Saturday snapshot – Yalumba Viognier Y series 2012

Feb 09, 13 Saturday snapshot – Yalumba Viognier Y series 2012

Posted by in Australia, Saturday Snapshot

The Queen of Australian Viognier, Louisa Rose was in town recently** to show off her wines and I was happy to be invited to a luncheon and tasting showcasing what she has been able to produce in the Australian  vineyards. Louisa has been working as Chief Winemaker for Yalumba winery, based in the Barossa, since 2006 but she first joined Yalumba in 1993 as, what we fondly refer to in the trade, a “cellar rat“. She has been with Yalumba ever since and has worked her way up through the ranks, learning from the legendary winemakers of Yalumba. Early on in the 1970s, Yalumba was captivated by the Viognier grape  (which originally hails from the Rhone region of France) and they planted what began as an experiment. Over the years they discovered that they vines did very well in  the cool climate Eden Valley region of the Barossa and it is from these vines that the majority of their Viognier is cultivated. They also source fruit from a number of additional sites in South Australia. The Viognier that Louisa and Yalumba are producing is made to be drunk with food. A big difference that I found with Yalumba’s Viogniers were the fact that although aromatic, they were not as aromatic as some Rhone wines. This is a good thing in my book as French Viogniers can sometimes knock you over with their powerful aromatics. Another quality that I admired very much in their Viogniers was the freshness and the minerality that ran through the wine. The most consumer-friendly wine that Yalumba produces is the Y Series Viognier. We tasted the 2012 before lunch and it was a cracker of a wine. Fresh and attractive nose with hints of citrus, melon and papaya it had a medium body with good weight but none of the oiliness that is often found in Rhone Viogniers. It was what I would call a sprite of a wine, a friendly wine to start one on a discovery of the Viognier grape. Although it carried alcohol levels...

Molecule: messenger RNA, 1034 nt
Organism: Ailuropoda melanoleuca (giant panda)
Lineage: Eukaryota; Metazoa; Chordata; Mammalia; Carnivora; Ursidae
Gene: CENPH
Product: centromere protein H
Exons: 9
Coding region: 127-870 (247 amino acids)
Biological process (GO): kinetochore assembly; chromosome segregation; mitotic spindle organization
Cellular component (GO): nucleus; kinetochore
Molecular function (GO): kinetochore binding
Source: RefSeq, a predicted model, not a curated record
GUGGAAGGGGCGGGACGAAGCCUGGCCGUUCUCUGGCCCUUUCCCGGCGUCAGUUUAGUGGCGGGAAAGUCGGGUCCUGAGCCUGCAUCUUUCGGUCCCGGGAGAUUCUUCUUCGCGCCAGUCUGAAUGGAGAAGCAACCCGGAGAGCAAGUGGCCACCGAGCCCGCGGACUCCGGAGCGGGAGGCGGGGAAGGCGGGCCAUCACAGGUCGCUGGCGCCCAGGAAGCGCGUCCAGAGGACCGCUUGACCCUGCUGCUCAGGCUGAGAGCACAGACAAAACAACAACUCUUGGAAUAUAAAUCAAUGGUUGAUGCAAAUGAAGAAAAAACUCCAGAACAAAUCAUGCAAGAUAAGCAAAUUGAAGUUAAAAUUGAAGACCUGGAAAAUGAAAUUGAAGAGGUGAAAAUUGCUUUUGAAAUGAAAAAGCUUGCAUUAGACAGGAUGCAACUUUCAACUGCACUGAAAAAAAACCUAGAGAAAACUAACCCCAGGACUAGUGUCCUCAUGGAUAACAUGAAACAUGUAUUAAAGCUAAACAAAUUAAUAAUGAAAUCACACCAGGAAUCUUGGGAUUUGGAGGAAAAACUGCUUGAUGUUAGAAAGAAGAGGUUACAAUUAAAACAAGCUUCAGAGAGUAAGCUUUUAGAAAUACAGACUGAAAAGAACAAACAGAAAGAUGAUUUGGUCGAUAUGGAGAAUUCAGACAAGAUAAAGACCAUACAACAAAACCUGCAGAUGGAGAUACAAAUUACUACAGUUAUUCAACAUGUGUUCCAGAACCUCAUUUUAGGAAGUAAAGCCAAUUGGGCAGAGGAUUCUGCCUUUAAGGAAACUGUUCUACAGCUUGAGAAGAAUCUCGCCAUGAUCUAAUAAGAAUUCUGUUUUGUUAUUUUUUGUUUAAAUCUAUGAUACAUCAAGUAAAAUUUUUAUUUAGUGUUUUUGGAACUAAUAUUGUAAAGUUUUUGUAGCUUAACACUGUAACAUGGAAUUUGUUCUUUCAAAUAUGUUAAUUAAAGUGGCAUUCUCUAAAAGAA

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A couple of cracking white wines from the Languedoc, Chateau d’Angles La Clape

Feb 01, 13 A couple of cracking white wines from the Languedoc, Chateau d’Angles La Clape

Posted by in France

Bourboulenc. I just like the name of that grape. It kind of rolls off the tongue…bour-bouuuuuuuu-leeeeeeenc……. Anyway, bourboulenc is a white variety that grows mostly in southern France and was the star grape for me at a recent tasting I went to hosted by AOC Languedoc Wines. Bourboulenc is the main variety used in Chateau d’Anglès La Clape’s Classique blanc 2010 (the rest of the blend being 40% grenache blanc, 5% marsanne, and 5% roussane). Everyone at the tasting jumped on this little jewel of a wine. Refreshing but fleshy, spicy and creamy but still retaining a structural integrity, this was a wine that was really hard to put down. I found it approachable but intriguing at the same time, my mouth flooded with the flavours of citrus and white fruits along with the minerality that comes from the soil. I found myself coming back to this wine again and again because it was just so morish! Usually, I tend to pick the most expensive wines at a tasting as my favourite but the Classique comes in at under a tenner (barely), £9.99 from the Wine Rack. Later, at dinner, we had the Classique’s big brother, the Chateau d’Anglès La Clape 2008 Grand Vin. 40% bourboulenc, 20%grenache white, 20%roussane and 20% marsanne, the wine had spent 7 months on the lees and a further 2 years in old barrels. The result, a creamy and rich wine rolling around my palate. Not too creamy but a pleasure to drink, flavours of white peaches and nutty almond notes on the finish. It was still  a powerful wine with èthe smells of the sea and the particular aromas of garrigue – the lavender, herbs and other wild things that grow in the south of France all mingling together on the nose. The wine was paired with baked sea scallops with seaweed, which turned out to highlight the iodine and mineral notes of the wine. A fresh wine that still has plenty of aging potential with a long and...